Chef reviews internal update plans after 'degradation incident'
Automation vendor manually fixes Hosted Chef problem
Chef fans faced going hungry on Friday afternoon as the automation vendor’s hosted service degraded itself by having a little lie-down in the back pantry.
Chef issued a mea culpa explaining the “Hosted Chef Service Degradation Incident”, which saw users presented with 404 errors at the end of “successful” Chef Client runs, or empty responses using Knife runs as a client on their workstations.
“This was a result of 2 of our 16 frontend nodes being left in a incorrect state following a routine deployment,” the statement continued. We’ll overlook this and other grammar fails in Chef’s statement, seeing as the firm clearly had other things on its mind at the time.
The snafu was down to Chef operations performing a overnight deployment to upgrade Chef Server to 12.4 - one of a number of updates last week addressing security vulnerabilities. The deploy tool failed to configure the reporting service on two of its hosts leaving them in a “functional, but degraded state”.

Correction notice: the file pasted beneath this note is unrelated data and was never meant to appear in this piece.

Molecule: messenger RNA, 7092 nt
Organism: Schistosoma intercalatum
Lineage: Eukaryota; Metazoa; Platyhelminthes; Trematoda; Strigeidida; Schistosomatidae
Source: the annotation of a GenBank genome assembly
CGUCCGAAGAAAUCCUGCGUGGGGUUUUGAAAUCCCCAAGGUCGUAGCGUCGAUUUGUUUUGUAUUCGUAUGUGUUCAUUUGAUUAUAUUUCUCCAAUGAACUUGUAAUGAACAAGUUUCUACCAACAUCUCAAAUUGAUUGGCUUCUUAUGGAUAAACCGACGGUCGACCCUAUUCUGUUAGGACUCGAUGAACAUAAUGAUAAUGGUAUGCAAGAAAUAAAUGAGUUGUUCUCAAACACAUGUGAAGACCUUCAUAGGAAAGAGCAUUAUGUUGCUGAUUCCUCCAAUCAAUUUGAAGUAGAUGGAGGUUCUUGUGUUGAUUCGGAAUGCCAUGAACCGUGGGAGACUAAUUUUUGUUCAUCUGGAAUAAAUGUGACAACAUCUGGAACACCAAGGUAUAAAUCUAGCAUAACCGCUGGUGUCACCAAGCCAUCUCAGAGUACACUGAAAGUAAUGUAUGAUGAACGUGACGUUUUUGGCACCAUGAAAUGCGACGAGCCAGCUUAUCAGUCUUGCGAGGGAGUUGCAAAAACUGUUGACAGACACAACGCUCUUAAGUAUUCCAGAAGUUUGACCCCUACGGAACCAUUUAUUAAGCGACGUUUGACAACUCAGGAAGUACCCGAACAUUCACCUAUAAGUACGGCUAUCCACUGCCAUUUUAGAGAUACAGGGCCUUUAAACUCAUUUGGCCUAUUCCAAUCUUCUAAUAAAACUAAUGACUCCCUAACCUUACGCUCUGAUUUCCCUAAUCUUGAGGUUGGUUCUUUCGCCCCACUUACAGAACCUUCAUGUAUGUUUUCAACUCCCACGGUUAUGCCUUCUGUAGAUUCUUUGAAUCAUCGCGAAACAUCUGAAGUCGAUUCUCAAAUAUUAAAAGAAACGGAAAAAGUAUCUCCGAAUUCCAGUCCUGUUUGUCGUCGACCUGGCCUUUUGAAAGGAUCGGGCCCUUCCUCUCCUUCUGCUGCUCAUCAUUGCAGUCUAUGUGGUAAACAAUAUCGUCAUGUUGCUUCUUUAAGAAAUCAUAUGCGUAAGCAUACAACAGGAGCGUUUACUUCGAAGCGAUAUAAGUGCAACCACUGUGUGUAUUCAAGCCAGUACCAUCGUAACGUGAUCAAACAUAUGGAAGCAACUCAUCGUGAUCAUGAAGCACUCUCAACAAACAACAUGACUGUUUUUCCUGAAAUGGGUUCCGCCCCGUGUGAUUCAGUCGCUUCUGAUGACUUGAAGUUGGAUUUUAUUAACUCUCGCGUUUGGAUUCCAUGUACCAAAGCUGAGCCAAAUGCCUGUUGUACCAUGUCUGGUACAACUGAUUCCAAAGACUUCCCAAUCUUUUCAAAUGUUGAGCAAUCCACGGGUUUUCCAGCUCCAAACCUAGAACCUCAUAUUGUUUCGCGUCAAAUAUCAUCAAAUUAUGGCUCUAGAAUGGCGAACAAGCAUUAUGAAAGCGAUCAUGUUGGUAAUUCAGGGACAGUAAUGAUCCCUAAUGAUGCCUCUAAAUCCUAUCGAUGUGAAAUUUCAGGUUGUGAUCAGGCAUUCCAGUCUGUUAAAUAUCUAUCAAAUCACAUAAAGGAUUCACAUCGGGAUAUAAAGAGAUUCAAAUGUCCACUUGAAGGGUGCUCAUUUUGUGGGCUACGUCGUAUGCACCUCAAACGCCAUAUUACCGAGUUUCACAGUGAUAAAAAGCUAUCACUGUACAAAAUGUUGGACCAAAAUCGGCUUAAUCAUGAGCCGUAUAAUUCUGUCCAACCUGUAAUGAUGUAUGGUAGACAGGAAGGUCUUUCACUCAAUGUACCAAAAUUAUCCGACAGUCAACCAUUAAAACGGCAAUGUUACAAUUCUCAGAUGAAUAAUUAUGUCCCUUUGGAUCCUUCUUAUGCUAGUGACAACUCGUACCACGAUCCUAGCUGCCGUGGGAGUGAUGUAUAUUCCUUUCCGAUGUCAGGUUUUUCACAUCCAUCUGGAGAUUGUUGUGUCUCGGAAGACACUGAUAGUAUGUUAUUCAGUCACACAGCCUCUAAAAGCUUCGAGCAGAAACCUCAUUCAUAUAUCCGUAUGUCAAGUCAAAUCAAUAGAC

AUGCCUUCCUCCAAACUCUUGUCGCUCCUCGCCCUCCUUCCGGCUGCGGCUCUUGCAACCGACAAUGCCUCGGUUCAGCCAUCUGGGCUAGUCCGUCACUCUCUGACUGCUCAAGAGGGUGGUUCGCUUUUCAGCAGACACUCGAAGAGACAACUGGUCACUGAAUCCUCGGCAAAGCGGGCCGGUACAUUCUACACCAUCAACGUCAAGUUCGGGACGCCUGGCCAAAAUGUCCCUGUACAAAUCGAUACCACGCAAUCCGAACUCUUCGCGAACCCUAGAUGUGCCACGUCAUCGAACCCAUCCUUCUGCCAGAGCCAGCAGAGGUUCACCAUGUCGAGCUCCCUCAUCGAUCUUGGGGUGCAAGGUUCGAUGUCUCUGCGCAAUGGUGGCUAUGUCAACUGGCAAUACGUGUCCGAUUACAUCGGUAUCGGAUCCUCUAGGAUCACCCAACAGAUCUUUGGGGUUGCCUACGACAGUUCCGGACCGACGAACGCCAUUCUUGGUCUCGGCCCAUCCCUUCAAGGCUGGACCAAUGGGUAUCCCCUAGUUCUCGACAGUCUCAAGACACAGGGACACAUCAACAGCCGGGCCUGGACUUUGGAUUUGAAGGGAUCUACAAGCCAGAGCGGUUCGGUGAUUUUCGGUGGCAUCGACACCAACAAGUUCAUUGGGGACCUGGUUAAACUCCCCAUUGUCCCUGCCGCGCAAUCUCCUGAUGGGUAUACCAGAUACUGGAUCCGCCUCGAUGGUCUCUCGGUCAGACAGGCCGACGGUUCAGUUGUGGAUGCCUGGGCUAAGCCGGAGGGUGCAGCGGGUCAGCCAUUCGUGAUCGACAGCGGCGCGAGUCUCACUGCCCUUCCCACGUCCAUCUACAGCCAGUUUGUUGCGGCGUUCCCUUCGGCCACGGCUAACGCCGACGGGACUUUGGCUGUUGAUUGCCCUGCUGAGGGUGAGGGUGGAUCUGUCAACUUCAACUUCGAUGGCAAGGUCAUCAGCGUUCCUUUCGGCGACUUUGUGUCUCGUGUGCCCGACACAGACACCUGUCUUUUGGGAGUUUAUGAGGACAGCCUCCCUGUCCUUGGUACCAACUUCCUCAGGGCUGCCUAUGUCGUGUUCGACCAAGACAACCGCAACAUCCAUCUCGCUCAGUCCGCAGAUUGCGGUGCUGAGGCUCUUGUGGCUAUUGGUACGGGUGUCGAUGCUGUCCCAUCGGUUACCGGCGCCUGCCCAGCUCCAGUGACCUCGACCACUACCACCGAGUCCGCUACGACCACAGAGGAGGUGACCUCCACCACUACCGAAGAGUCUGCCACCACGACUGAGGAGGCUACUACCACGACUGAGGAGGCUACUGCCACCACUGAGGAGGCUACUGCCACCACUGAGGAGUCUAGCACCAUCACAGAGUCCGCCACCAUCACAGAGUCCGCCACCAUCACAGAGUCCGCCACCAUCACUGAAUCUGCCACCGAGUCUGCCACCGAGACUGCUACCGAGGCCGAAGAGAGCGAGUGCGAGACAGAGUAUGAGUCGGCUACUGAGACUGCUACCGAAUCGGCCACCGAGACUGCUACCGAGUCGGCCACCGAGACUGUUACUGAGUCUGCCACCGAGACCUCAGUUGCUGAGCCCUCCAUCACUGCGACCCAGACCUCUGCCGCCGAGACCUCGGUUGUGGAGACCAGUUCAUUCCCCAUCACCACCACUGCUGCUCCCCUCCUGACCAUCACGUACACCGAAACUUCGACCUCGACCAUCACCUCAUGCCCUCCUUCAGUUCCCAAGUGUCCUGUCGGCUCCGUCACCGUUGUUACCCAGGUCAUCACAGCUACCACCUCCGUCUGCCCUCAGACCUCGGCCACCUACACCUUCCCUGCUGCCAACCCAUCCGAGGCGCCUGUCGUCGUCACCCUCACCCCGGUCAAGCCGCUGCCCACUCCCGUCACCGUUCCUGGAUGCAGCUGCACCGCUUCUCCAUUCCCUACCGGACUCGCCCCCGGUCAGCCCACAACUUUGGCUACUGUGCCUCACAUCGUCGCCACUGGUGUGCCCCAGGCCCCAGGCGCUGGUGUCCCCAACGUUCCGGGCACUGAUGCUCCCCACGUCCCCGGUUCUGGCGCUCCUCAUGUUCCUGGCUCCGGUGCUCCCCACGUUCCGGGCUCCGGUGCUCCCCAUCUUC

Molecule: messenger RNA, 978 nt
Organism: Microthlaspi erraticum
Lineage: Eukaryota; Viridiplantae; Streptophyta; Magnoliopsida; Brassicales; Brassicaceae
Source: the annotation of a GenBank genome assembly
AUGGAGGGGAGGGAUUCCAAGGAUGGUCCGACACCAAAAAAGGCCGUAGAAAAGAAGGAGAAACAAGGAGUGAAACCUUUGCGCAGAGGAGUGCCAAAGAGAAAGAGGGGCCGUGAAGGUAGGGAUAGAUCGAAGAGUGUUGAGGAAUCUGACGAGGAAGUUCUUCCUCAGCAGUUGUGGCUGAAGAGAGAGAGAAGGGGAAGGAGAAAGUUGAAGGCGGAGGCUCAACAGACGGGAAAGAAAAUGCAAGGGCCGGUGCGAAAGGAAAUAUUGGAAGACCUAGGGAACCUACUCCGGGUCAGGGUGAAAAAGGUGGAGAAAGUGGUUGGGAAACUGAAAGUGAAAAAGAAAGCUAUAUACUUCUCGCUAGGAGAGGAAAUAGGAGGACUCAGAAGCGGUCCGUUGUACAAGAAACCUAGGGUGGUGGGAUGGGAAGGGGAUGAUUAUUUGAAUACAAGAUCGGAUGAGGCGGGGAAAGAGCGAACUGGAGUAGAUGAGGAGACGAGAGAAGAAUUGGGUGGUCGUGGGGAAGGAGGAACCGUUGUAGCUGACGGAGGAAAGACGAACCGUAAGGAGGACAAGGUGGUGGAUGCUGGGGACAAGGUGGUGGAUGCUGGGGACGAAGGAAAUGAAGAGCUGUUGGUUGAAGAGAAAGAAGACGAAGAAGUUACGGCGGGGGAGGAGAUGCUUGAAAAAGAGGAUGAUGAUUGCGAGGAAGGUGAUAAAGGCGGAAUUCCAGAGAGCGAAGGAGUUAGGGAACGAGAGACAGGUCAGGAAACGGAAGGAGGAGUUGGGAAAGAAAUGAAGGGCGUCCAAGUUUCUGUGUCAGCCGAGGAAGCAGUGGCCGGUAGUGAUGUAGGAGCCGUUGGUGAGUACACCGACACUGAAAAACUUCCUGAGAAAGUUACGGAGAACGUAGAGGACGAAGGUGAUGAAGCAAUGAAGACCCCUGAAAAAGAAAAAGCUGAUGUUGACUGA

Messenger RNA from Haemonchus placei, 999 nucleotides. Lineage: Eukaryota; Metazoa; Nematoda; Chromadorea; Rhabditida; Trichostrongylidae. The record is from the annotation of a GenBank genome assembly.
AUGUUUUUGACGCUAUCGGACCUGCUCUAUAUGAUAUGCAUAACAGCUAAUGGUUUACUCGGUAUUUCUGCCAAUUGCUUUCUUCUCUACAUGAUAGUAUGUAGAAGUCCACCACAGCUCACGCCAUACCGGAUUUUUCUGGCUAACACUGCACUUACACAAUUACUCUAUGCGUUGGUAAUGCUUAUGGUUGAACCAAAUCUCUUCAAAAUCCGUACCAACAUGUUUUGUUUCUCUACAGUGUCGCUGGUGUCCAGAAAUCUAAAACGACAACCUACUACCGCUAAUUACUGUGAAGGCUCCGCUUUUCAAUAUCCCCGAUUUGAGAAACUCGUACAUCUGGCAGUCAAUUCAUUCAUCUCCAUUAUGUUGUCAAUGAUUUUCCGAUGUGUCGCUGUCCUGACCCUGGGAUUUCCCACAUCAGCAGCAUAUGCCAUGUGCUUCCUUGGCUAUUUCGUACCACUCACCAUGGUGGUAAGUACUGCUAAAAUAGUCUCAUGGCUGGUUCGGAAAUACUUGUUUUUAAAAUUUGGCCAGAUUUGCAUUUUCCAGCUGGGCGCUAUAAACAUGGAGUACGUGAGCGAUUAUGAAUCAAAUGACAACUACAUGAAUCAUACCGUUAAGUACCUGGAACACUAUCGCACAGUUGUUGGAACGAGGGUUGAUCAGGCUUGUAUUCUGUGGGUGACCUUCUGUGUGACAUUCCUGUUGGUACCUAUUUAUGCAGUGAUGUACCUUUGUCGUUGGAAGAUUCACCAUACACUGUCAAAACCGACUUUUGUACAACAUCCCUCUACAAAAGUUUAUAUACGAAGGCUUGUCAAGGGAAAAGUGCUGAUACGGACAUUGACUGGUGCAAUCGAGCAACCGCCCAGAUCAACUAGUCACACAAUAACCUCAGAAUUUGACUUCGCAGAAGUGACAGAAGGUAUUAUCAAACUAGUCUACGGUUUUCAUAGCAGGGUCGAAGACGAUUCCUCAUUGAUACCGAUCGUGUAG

A condition many of our readers will be familiar with, particularly on a Friday. The nodes still passed health checks, meaning no red flags were raised.
Once the problem was noticed by Chef, “service engineers manually reconfigured the two incorrectly running nodes which immediately resolved the increased error rates.”
We’ll leave you to discuss whether there’s a smidgeon of irony in that last statement.
As a result, said Chef, “additional host-level monitoring is being put in place to catch this type of issue more rapidly in the future. Also, ELB health checks are being updated to more throughly [sic] test all components before a node is placed into service behind and load balancer.
A footnote added that a previous version of the posting said the upgrade had “accidentally stated the upgrade was to Chef Server 12.6. The upgrade was actually to 12.4, which is the latest release.” ®